Thursday, 26 May 2011

The Kings Speech - Why is this such a Great Bad Movie?

More people have asked me about The King’s Speech than any other this last year or two (that and Benjamin bloomin’ Button). Why do some people love it and some people hate it? We all know it is a successful film, but where lies the power in the story, and why does it polarise opinion to such an extreme? Here’s why:  

The King’s Speech (2010) is a character drama, based on fact, with a story driven by the kind of subtext that audiences find most powerful: character growth and learning. If a character changes and learns and grows through his or her experiences through a story (or is offered the chance to change and grow but fails), these tend to be the stories that audiences rate most highly. Protagonist ‘Bertie’ takes such a journey of development, from a stuttering prince, lacking in confidence and dreading the idea that he might ever be required to take over the throne, to managing his speech impediment, becoming ‘his own man’, able to give speeches and strong enough to take on the responsibilities of monarchy with confidence and authority. The story’s major focus on character growth and learning leaves The King’s Speech well placed to become a classic. However...

...despite this massive positive, on the negative side, the story is low or skewed on most of the other forms of subtext that would be required for it to be extraordinary. There is, for example, a large bias towards revelation subtext over privilege (i.e., most storylines involve information being kept back from the audience and revealed at the end of the story event (revelation) rather than ‘privileged’ information being given to the audience and kept back from a character). Most great stories have a broad equality between these two fundamental forms, or a bias towards privilege if anything. The King’s Speech has a bias towards revelation, one or two examples of which would have been much more powerful in privilege and would have given the overall story more power and balance.

For example, the speech therapist, Logue, is not properly educated or qualified for the role he takes on. King George refers to him as ‘Doctor Logue’ and Logue does nothing to correct this misinformation. We in the audience also assume he is a doctor and qualified speech therapist, so when he is uncovered, the revelation comes for us at the same time as it does for The King. This subterfuge would have been far more powerful if the audience been given privileged knowledge that Logue was deceiving the king throughout, a continuous subtext would have been in place for a large proportion of the story, manifested in the form of a key question for the audience: ‘what will happen when The King finds out?’ This would also have introduced an element of antagonism to the key relationship, again a highly important factor that is largely missing. There is no out-and-out ‘bad guy’, and the main relationship is far too friendly and respectful to be as intriguing as it could so easily have been.

There is almost no subtext through subplot. What subplot there is - principally that surrounding the love life of Bertie’s brother, Edward, is not developed or used dramatically in itself (i.e., there is no effective storyline concerning the arc of Edward and Mrs Simpson), and therefore this subplot does not prove an effective facilitator for subtext in the main storyline. (It is effective in providing a key turning point - Edward`s relationship with Mrs Simpson was the reason ‘Bertie’ had to become king - but the opportunity this relationship offered was not used to its optimum in story terms.)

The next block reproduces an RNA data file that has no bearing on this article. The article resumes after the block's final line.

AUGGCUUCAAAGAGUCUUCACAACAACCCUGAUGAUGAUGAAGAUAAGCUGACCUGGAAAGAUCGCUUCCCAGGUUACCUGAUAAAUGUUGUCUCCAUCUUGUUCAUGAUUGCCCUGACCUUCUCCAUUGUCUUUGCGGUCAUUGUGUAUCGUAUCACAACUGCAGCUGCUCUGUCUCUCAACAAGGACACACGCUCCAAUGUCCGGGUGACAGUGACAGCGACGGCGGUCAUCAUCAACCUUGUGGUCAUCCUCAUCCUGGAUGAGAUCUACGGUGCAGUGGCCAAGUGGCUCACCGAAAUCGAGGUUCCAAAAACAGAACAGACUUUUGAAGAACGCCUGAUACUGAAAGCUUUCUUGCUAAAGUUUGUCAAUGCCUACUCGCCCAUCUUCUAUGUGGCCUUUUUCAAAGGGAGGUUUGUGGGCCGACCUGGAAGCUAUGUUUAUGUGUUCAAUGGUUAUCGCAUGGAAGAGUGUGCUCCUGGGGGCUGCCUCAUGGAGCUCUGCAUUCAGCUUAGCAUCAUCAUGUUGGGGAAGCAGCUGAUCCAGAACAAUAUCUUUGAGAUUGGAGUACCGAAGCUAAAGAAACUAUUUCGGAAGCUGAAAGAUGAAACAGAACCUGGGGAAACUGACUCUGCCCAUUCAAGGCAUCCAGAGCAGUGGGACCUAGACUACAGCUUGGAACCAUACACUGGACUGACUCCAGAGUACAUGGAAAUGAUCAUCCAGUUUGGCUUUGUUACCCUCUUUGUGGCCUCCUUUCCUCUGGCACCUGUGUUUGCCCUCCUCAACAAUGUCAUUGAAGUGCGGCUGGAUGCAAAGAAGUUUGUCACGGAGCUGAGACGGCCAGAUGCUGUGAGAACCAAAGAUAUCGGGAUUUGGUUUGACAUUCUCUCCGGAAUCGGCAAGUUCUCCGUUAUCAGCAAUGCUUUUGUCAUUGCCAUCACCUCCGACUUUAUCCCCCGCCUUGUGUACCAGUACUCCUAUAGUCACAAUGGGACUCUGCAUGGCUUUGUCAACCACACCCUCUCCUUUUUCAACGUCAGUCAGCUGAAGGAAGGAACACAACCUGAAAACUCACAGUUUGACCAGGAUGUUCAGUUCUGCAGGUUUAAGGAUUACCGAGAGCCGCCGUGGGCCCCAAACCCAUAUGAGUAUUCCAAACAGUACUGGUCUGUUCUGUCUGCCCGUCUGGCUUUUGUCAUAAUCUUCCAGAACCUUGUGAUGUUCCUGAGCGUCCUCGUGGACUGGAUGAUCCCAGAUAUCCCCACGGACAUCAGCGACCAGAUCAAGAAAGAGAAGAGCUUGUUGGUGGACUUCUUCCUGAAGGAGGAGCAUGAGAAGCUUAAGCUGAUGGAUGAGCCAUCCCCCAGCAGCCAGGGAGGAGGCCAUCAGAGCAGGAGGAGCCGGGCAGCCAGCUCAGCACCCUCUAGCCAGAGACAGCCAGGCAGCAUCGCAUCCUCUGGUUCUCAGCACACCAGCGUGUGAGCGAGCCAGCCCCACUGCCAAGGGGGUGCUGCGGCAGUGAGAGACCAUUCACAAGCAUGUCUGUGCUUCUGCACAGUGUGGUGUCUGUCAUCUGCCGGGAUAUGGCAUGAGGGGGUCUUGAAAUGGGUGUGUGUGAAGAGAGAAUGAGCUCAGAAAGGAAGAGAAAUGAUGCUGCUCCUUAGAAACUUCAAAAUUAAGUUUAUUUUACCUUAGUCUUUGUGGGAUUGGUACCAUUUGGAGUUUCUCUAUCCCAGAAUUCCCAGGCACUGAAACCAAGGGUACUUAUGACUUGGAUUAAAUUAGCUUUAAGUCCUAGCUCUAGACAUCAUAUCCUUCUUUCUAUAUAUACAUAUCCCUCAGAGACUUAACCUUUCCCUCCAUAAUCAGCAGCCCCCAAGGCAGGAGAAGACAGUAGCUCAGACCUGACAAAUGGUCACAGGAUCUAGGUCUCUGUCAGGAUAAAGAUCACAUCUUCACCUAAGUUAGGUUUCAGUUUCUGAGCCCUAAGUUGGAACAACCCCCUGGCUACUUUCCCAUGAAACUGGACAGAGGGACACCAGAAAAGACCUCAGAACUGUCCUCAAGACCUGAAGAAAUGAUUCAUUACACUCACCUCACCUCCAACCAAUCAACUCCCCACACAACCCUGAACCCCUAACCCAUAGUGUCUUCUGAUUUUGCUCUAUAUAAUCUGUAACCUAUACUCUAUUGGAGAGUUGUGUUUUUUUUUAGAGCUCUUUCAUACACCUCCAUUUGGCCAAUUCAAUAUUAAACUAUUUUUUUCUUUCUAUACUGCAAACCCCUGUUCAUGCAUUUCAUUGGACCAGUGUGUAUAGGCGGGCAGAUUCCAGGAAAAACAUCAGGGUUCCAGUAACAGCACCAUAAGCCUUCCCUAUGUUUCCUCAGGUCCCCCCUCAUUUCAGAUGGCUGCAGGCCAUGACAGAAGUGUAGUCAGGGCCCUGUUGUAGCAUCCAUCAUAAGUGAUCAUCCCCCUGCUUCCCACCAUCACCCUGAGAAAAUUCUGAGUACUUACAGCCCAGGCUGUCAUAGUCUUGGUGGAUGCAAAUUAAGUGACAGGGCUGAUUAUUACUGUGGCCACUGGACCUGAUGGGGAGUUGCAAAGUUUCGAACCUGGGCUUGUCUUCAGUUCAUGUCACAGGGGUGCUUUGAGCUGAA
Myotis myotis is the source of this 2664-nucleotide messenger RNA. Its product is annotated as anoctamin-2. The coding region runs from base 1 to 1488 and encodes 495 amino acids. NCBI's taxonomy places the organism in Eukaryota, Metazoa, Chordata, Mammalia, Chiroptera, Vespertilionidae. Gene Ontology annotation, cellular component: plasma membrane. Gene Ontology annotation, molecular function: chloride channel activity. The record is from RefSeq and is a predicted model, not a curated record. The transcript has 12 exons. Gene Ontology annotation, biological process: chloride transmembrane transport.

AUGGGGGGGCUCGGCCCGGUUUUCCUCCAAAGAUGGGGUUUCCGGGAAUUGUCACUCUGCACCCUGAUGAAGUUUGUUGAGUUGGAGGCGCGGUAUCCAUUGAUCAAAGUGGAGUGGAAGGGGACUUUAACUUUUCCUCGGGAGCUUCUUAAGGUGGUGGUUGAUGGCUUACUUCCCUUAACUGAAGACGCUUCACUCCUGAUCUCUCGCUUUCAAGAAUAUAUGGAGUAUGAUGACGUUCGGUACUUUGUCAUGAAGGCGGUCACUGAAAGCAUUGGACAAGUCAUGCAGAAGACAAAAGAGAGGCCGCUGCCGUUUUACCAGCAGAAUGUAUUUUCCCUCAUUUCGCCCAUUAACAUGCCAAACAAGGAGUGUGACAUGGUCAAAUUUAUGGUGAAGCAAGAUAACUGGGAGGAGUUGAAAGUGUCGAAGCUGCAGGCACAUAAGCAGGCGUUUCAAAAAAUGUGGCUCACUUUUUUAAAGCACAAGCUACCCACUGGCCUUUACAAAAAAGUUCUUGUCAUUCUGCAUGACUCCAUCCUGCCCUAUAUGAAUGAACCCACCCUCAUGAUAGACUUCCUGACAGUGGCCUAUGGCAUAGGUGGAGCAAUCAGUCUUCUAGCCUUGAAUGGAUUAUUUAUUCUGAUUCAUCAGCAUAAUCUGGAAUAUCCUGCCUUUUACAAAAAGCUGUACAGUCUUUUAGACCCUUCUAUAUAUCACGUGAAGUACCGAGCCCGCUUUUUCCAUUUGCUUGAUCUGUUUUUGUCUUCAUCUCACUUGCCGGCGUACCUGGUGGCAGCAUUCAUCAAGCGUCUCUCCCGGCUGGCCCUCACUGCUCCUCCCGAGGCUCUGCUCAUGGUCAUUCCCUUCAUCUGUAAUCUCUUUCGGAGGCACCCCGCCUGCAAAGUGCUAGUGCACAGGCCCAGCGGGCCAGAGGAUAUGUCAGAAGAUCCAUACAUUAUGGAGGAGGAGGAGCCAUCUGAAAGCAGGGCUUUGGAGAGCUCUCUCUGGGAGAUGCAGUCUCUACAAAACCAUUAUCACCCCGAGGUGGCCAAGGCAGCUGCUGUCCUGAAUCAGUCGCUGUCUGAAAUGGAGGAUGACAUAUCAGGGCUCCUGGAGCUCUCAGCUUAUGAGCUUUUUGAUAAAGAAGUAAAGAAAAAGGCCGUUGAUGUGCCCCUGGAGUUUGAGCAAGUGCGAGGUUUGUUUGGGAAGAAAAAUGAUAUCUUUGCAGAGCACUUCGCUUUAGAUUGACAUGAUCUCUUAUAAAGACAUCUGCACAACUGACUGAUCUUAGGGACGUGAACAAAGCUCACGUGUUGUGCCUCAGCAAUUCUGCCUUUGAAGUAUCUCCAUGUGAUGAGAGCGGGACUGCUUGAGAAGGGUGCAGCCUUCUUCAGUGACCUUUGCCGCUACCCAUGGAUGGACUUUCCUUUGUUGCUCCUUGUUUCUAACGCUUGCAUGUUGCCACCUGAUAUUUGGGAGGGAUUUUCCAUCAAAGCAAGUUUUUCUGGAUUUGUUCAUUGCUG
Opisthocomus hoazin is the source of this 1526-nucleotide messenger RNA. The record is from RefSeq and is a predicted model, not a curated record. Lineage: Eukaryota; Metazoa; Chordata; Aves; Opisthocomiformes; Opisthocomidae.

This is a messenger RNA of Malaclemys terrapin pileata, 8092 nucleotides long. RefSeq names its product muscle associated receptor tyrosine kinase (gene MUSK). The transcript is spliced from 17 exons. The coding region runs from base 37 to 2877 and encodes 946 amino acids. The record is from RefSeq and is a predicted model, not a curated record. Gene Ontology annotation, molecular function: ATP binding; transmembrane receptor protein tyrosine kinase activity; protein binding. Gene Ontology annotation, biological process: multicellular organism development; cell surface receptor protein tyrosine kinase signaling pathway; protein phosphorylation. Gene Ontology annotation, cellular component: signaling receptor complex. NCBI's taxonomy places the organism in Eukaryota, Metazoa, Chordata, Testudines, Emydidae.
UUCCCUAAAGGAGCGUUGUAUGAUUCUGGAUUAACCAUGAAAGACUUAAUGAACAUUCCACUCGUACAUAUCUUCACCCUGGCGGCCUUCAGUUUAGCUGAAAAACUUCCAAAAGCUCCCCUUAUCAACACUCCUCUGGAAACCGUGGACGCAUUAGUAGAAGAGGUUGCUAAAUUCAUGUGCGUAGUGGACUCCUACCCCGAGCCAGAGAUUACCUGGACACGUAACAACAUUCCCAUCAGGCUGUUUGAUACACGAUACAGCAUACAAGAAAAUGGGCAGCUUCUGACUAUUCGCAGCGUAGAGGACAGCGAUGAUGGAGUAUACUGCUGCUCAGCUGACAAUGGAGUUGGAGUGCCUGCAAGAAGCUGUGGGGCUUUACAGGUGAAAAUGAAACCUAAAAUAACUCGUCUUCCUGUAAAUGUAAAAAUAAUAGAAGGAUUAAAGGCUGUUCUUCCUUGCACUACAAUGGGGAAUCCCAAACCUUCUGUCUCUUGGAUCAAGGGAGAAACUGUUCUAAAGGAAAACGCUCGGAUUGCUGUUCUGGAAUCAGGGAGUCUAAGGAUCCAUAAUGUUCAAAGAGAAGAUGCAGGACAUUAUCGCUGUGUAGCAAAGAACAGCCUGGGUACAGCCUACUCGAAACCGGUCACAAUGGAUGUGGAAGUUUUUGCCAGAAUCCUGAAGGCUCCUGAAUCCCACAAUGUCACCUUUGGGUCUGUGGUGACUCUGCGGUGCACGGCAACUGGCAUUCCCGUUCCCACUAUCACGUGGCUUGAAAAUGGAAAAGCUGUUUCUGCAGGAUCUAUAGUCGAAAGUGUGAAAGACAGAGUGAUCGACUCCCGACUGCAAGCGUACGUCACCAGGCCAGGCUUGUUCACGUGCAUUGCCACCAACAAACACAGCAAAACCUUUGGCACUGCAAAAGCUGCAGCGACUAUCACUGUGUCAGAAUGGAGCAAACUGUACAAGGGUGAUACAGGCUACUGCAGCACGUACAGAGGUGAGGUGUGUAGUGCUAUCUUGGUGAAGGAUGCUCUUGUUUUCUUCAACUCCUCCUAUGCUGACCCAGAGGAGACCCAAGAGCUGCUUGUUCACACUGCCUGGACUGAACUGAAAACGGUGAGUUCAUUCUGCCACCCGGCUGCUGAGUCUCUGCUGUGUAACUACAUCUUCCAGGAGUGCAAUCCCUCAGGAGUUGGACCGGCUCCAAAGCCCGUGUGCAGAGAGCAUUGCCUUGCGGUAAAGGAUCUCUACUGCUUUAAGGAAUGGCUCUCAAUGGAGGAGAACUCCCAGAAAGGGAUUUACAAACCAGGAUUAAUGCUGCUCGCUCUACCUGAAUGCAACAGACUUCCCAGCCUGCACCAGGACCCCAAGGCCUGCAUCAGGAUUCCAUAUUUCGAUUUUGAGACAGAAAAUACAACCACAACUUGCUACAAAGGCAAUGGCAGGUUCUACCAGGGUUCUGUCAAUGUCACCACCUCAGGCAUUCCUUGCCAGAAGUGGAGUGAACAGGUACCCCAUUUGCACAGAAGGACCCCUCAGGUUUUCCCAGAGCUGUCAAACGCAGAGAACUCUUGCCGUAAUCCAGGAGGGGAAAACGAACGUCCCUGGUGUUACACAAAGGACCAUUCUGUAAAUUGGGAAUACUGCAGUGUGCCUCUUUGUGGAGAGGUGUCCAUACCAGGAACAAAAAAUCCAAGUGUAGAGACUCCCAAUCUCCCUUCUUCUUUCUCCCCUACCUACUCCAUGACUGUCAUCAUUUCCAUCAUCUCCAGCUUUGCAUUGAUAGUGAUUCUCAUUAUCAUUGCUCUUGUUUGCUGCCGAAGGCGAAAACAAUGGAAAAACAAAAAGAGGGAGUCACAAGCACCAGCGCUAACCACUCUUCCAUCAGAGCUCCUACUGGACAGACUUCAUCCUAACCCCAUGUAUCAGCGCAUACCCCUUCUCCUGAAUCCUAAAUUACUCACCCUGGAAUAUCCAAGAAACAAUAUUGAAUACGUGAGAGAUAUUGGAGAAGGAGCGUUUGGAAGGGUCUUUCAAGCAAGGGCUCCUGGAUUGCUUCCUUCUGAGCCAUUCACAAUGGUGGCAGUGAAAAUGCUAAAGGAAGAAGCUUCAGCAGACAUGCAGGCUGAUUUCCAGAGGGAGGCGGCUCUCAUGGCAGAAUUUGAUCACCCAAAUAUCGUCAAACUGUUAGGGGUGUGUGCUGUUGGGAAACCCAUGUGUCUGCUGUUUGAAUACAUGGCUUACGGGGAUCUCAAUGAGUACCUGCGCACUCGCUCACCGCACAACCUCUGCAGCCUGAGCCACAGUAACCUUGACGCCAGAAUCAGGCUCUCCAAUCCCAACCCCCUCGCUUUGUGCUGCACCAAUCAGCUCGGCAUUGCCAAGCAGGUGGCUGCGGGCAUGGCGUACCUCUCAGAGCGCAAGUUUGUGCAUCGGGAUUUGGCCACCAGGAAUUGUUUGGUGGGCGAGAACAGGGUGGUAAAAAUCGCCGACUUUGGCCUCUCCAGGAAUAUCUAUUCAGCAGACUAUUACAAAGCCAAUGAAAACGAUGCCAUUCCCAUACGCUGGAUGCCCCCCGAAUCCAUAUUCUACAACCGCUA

Other forms of subtext through, for example, dialogue, action, implication, promise, metaphor and question are not used to any great extent at all. The story lives and breathes only through the character growth and learning of Bertie.

Conflict and Antagonism is similarly narrow in depth and presence. Of the four types of conflict (internal, relationship, institutional, external), only one is genuinely deployed - internal conflict - the conflict between Bertie and his own internal daemons. This is clearly fine, and defines the story, but a little restrictive in a 2 hour film. There is very little relationship conflict, given the nature of the story - no out-and-out antagonist to speak of - and great opportunity is missed at the institutional level, given that we are talking about the Royal Family here, and the rules and regulations to which they are subject. There is also almost no external/coincidental conflict. It is extremely unusual for a successful story to have so little conflict beyond the main driver, and almost unheard of for there to be so little relationship conflict.

The King’s Speech is like the most boring boxer you’ve ever seen... but with the most amazing single punch. If he lands it, we have a spectacular knockout. If he doesn’t, it’s desperately dull. The King’s Speech manages to land a big enough punch to be a winner, and because that punch lands in the area of Character Growth and Learning, this is a film that will stand the test of time. It is also interesting to note that, because much of the revelation subtext turns to privilege on all but the first viewing of the film, this is a film that gets better with subsequent viewings.

If you are a writer reading this, make a note to self on just how important character growth and learning is to a story. All the greatest stories have it, and without it, The King’s Speech would be absolutely nowhere.

We have only really scratched the surface here in analysis terms. However, in the next year or two, as part of my PhD, I am going to have to undertake deep subtextual analysis of film stories like this and will publish the full documents here. Keep hanging out with me and I'll try to use this work to explain how Subtext totally defines the power, balance and grip of story!